(Don’t feel sorry for me.  I may sound like I am grumbling but I can assure you, being a process knitter I am thoroughly enjoying this endeavor)

On My Way to the Masters

Packed up and shipped off! The last couple weeks have been a fog as I have concentrated completely on finishing up the Master Knitting course so I could mail it today! It has felt like when I was in college during those last two weeks of school studying, writing, pulling assignments together along with extensive research – WHEW!

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The final knitting project for Level 1 was to knit the mitten pattern included in the course. At first glance I thought it would be a piece of cake but quickly discovered that the cuff was no ordinary cuff. I think I started and restarted the cuff at least five times before I figured the pattern out. I couldn’t figure out where the running thread was between the diagonal stitches and I needed that running thread to pick up a new stitch. On about the fourth try I just happened to peek at the inside of the cuff and saw the running thread because I had changed colors and it was visible in the cerise, can’t miss much with that bright pink color!

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In this project I had to also demonstrate the ‘jogless’ color change and how to weave in the numerous tails that come when you change colors. I also had do do something about the hole in the gusset that almost always occurs when you make mittens. I will confess right here and now that I was not please with this gusset and will not be surprised if the committee asks me to re-knit the mitten.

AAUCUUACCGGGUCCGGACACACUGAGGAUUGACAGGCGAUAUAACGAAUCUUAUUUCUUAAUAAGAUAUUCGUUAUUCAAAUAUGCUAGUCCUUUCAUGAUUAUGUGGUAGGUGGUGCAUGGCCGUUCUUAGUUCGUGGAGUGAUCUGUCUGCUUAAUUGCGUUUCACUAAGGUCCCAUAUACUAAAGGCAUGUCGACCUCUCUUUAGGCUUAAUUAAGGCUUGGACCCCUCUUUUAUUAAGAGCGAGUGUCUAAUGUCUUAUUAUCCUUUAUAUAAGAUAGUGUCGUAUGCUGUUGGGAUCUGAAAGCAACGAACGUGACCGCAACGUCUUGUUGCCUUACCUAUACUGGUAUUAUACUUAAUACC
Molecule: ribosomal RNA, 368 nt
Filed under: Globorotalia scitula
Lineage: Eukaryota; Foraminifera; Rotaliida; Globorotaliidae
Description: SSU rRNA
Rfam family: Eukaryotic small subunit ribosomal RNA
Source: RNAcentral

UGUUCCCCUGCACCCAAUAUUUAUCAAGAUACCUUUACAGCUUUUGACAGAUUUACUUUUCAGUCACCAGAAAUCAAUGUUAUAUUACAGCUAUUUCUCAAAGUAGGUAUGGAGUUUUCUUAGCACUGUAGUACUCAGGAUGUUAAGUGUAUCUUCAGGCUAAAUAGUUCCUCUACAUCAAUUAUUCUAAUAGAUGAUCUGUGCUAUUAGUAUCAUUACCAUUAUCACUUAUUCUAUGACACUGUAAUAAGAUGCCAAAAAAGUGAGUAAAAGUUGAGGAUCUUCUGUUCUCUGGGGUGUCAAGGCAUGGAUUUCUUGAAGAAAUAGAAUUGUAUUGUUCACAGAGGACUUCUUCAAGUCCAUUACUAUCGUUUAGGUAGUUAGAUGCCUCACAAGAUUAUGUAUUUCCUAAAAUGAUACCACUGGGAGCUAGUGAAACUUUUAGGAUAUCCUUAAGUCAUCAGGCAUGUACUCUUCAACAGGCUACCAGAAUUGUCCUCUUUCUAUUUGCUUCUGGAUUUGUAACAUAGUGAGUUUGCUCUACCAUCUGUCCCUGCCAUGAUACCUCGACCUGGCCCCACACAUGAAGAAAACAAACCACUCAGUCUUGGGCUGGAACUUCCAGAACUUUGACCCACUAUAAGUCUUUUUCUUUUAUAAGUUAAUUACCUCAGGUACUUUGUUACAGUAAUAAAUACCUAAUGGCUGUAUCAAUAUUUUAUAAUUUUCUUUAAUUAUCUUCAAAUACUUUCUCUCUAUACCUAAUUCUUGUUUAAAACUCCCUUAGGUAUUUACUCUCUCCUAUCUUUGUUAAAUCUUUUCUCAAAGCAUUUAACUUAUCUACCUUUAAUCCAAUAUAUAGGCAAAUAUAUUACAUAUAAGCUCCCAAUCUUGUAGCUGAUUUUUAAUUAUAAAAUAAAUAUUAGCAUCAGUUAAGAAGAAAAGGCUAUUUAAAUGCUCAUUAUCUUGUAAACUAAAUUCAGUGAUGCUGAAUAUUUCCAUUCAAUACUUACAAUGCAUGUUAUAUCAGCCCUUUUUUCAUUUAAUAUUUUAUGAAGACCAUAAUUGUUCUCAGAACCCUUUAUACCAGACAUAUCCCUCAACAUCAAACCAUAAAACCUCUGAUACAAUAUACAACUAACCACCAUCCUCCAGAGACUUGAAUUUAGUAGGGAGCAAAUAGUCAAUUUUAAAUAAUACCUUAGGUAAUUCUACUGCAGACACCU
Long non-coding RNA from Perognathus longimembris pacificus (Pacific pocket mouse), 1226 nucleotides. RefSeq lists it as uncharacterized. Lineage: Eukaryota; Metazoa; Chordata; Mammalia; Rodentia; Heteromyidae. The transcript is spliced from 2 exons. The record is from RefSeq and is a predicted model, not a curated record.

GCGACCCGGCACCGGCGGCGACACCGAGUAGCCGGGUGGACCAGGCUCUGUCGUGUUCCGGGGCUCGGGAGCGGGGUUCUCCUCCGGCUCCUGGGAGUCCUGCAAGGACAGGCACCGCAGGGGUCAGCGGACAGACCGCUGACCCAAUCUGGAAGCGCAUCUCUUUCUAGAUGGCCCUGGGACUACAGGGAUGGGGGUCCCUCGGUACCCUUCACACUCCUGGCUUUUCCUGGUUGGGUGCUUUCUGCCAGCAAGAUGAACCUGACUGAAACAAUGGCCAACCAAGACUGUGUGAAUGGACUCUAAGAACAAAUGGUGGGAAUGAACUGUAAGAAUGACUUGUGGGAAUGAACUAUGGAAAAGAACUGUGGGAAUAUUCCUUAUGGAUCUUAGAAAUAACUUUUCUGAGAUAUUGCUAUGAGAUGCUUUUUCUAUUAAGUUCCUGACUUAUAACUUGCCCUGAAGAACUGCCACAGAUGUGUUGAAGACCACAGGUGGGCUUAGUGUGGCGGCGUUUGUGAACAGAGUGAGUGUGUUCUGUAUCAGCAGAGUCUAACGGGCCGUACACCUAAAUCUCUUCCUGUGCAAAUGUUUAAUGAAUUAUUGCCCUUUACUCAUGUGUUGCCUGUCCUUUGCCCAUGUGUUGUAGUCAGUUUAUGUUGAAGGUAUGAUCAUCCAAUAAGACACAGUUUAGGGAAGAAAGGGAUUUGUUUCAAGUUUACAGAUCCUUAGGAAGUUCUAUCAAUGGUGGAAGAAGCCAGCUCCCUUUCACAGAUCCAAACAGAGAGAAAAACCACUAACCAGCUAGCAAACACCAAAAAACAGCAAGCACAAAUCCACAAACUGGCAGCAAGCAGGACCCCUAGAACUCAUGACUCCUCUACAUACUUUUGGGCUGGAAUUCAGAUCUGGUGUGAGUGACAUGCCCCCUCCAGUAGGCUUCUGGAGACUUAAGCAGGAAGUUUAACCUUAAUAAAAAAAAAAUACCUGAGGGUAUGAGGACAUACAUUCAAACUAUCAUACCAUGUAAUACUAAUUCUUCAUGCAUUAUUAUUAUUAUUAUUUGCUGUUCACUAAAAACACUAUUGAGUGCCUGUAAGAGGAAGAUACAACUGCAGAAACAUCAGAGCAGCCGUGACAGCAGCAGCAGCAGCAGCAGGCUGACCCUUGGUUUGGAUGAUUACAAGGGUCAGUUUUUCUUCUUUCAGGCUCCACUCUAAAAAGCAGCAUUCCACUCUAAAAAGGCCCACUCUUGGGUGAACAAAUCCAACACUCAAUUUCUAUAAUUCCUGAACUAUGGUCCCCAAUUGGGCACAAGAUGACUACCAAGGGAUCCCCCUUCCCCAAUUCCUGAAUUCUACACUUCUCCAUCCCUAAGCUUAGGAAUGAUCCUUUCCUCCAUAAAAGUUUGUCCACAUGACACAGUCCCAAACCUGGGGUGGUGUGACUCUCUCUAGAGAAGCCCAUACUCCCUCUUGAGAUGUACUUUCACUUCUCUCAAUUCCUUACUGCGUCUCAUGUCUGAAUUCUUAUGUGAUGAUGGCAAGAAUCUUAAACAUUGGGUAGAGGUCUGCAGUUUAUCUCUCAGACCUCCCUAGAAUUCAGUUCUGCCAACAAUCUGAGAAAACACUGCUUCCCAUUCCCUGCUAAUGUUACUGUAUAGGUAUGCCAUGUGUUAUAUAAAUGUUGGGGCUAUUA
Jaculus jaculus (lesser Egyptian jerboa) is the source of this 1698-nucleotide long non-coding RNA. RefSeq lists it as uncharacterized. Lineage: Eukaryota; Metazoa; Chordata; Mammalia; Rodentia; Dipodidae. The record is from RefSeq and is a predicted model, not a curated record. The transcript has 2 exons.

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I finished the bibliography and research paper yesterday. The research on blocking and caring for hand knits was very insightful and I feel more confident in choosing a blocking method that Is the correct method for that finished project rather than using one just because I don’t know any others.

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This has been an incredible educational experience and I highly recommend it. My binder has been mailed to TKGA and they say it usually takes 6-8 weeks to get it back. I felt like I was handing over my first born child when I gave it to the postmistress! And now? I don’t know what to do! I’m walking around in a daze! Guess I better pull out my knitting bag and see what has been abandoned……

Master Knitting Level 1 Swatches Done

Before I started The Knitting Guild Association’s Master Hand Knitting Program I didn’t really have a clear picture of what I was getting in to.  The TKGA website gave a very short synopsis of each of the three levels, not really enough for me to get a feel for how much work was involved.  Ravelry had just launched and even if there already was a TKGA group on it, I had no clue how to tap in to that wonderful resource!  So, tonight I decided I would do a little overview of the ‘swatch’ part of the program in case any of you are interested in participating in the TKGA Hand Knitting Program.